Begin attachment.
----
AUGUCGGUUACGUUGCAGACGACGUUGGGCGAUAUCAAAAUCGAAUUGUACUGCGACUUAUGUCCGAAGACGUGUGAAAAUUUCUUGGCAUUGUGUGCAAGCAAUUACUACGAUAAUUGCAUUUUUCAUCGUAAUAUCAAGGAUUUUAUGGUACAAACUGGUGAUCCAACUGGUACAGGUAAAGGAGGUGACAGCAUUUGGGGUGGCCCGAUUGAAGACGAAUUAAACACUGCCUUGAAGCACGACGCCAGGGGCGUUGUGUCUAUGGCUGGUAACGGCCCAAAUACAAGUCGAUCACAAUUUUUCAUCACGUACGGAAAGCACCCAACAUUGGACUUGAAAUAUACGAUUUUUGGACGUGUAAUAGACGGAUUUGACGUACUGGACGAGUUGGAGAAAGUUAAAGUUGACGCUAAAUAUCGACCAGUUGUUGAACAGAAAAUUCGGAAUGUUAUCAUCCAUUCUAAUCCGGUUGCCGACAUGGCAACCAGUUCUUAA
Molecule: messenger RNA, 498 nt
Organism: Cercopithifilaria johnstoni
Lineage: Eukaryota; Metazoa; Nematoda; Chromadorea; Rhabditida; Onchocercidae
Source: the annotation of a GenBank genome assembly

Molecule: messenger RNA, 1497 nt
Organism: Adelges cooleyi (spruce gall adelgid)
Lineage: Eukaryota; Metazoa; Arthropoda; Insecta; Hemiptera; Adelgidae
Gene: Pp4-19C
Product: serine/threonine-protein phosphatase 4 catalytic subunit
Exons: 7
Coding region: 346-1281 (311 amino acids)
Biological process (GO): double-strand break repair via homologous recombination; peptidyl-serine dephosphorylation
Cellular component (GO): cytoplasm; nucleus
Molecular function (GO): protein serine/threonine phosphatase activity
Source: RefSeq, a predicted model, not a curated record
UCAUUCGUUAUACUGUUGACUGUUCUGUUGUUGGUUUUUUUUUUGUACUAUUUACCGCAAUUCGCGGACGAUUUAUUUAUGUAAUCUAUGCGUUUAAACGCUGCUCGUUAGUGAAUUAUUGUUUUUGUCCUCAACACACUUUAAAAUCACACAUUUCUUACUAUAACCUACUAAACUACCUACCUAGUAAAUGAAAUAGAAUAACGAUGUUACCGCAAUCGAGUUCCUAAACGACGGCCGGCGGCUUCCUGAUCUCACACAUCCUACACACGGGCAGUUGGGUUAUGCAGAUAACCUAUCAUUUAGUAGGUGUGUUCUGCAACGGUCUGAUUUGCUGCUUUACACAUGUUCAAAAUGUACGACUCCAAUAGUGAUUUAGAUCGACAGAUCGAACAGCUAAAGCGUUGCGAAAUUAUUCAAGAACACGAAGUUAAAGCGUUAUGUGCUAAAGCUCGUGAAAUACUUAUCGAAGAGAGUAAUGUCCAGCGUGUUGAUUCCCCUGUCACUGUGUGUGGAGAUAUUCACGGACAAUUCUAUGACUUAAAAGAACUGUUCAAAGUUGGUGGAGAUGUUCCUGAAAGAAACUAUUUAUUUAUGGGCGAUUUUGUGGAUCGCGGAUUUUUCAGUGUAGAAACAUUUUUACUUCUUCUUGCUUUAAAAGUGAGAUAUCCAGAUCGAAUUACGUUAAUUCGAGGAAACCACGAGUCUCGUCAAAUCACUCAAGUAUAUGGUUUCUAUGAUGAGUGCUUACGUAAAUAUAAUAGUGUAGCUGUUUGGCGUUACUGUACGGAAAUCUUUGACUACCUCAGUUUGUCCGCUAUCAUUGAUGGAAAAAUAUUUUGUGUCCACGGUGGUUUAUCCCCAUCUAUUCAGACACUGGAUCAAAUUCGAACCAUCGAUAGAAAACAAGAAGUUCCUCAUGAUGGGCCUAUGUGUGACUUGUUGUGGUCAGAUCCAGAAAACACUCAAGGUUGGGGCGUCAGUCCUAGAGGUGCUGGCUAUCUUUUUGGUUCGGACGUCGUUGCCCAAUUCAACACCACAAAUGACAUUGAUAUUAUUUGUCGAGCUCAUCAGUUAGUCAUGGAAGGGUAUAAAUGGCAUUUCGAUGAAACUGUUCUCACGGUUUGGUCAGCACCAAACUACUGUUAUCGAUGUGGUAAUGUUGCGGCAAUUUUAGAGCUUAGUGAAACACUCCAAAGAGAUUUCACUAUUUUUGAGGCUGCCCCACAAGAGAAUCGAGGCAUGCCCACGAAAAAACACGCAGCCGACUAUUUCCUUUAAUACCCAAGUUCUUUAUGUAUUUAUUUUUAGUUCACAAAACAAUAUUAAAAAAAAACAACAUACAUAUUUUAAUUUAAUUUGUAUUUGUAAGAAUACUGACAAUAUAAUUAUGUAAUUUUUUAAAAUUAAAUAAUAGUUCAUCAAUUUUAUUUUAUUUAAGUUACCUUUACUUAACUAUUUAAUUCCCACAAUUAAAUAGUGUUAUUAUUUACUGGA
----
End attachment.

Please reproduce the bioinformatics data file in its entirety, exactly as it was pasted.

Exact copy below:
AUGUCGGUUACGUUGCAGACGACGUUGGGCGAUAUCAAAAUCGAAUUGUACUGCGACUUAUGUCCGAAGACGUGUGAAAAUUUCUUGGCAUUGUGUGCAAGCAAUUACUACGAUAAUUGCAUUUUUCAUCGUAAUAUCAAGGAUUUUAUGGUACAAACUGGUGAUCCAACUGGUACAGGUAAAGGAGGUGACAGCAUUUGGGGUGGCCCGAUUGAAGACGAAUUAAACACUGCCUUGAAGCACGACGCCAGGGGCGUUGUGUCUAUGGCUGGUAACGGCCCAAAUACAAGUCGAUCACAAUUUUUCAUCACGUACGGAAAGCACCCAACAUUGGACUUGAAAUAUACGAUUUUUGGACGUGUAAUAGACGGAUUUGACGUACUGGACGAGUUGGAGAAAGUUAAAGUUGACGCUAAAUAUCGACCAGUUGUUGAACAGAAAAUUCGGAAUGUUAUCAUCCAUUCUAAUCCGGUUGCCGACAUGGCAACCAGUUCUUAA
Molecule: messenger RNA, 498 nt
Organism: Cercopithifilaria johnstoni
Lineage: Eukaryota; Metazoa; Nematoda; Chromadorea; Rhabditida; Onchocercidae
Source: the annotation of a GenBank genome assembly

Molecule: messenger RNA, 1497 nt
Organism: Adelges cooleyi (spruce gall adelgid)
Lineage: Eukaryota; Metazoa; Arthropoda; Insecta; Hemiptera; Adelgidae
Gene: Pp4-19C
Product: serine/threonine-protein phosphatase 4 catalytic subunit
Exons: 7
Coding region: 346-1281 (311 amino acids)
Biological process (GO): double-strand break repair via homologous recombination; peptidyl-serine dephosphorylation
Cellular component (GO): cytoplasm; nucleus
Molecular function (GO): protein serine/threonine phosphatase activity
Source: RefSeq, a predicted model, not a curated record
UCAUUCGUUAUACUGUUGACUGUUCUGUUGUUGGUUUUUUUUUUGUACUAUUUACCGCAAUUCGCGGACGAUUUAUUUAUGUAAUCUAUGCGUUUAAACGCUGCUCGUUAGUGAAUUAUUGUUUUUGUCCUCAACACACUUUAAAAUCACACAUUUCUUACUAUAACCUACUAAACUACCUACCUAGUAAAUGAAAUAGAAUAACGAUGUUACCGCAAUCGAGUUCCUAAACGACGGCCGGCGGCUUCCUGAUCUCACACAUCCUACACACGGGCAGUUGGGUUAUGCAGAUAACCUAUCAUUUAGUAGGUGUGUUCUGCAACGGUCUGAUUUGCUGCUUUACACAUGUUCAAAAUGUACGACUCCAAUAGUGAUUUAGAUCGACAGAUCGAACAGCUAAAGCGUUGCGAAAUUAUUCAAGAACACGAAGUUAAAGCGUUAUGUGCUAAAGCUCGUGAAAUACUUAUCGAAGAGAGUAAUGUCCAGCGUGUUGAUUCCCCUGUCACUGUGUGUGGAGAUAUUCACGGACAAUUCUAUGACUUAAAAGAACUGUUCAAAGUUGGUGGAGAUGUUCCUGAAAGAAACUAUUUAUUUAUGGGCGAUUUUGUGGAUCGCGGAUUUUUCAGUGUAGAAACAUUUUUACUUCUUCUUGCUUUAAAAGUGAGAUAUCCAGAUCGAAUUACGUUAAUUCGAGGAAACCACGAGUCUCGUCAAAUCACUCAAGUAUAUGGUUUCUAUGAUGAGUGCUUACGUAAAUAUAAUAGUGUAGCUGUUUGGCGUUACUGUACGGAAAUCUUUGACUACCUCAGUUUGUCCGCUAUCAUUGAUGGAAAAAUAUUUUGUGUCCACGGUGGUUUAUCCCCAUCUAUUCAGACACUGGAUCAAAUUCGAACCAUCGAUAGAAAACAAGAAGUUCCUCAUGAUGGGCCUAUGUGUGACUUGUUGUGGUCAGAUCCAGAAAACACUCAAGGUUGGGGCGUCAGUCCUAGAGGUGCUGGCUAUCUUUUUGGUUCGGACGUCGUUGCCCAAUUCAACACCACAAAUGACAUUGAUAUUAUUUGUCGAGCUCAUCAGUUAGUCAUGGAAGGGUAUAAAUGGCAUUUCGAUGAAACUGUUCUCACGGUUUGGUCAGCACCAAACUACUGUUAUCGAUGUGGUAAUGUUGCGGCAAUUUUAGAGCUUAGUGAAACACUCCAAAGAGAUUUCACUAUUUUUGAGGCUGCCCCACAAGAGAAUCGAGGCAUGCCCACGAAAAAACACGCAGCCGACUAUUUCCUUUAAUACCCAAGUUCUUUAUGUAUUUAUUUUUAGUUCACAAAACAAUAUUAAAAAAAAACAACAUACAUAUUUUAAUUUAAUUUGUAUUUGUAAGAAUACUGACAAUAUAAUUAUGUAAUUUUUUAAAAUUAAAUAAUAGUUCAUCAAUUUUAUUUUAUUUAAGUUACCUUUACUUAACUAUUUAAUUCCCACAAUUAAAUAGUGUUAUUAUUUACUGGA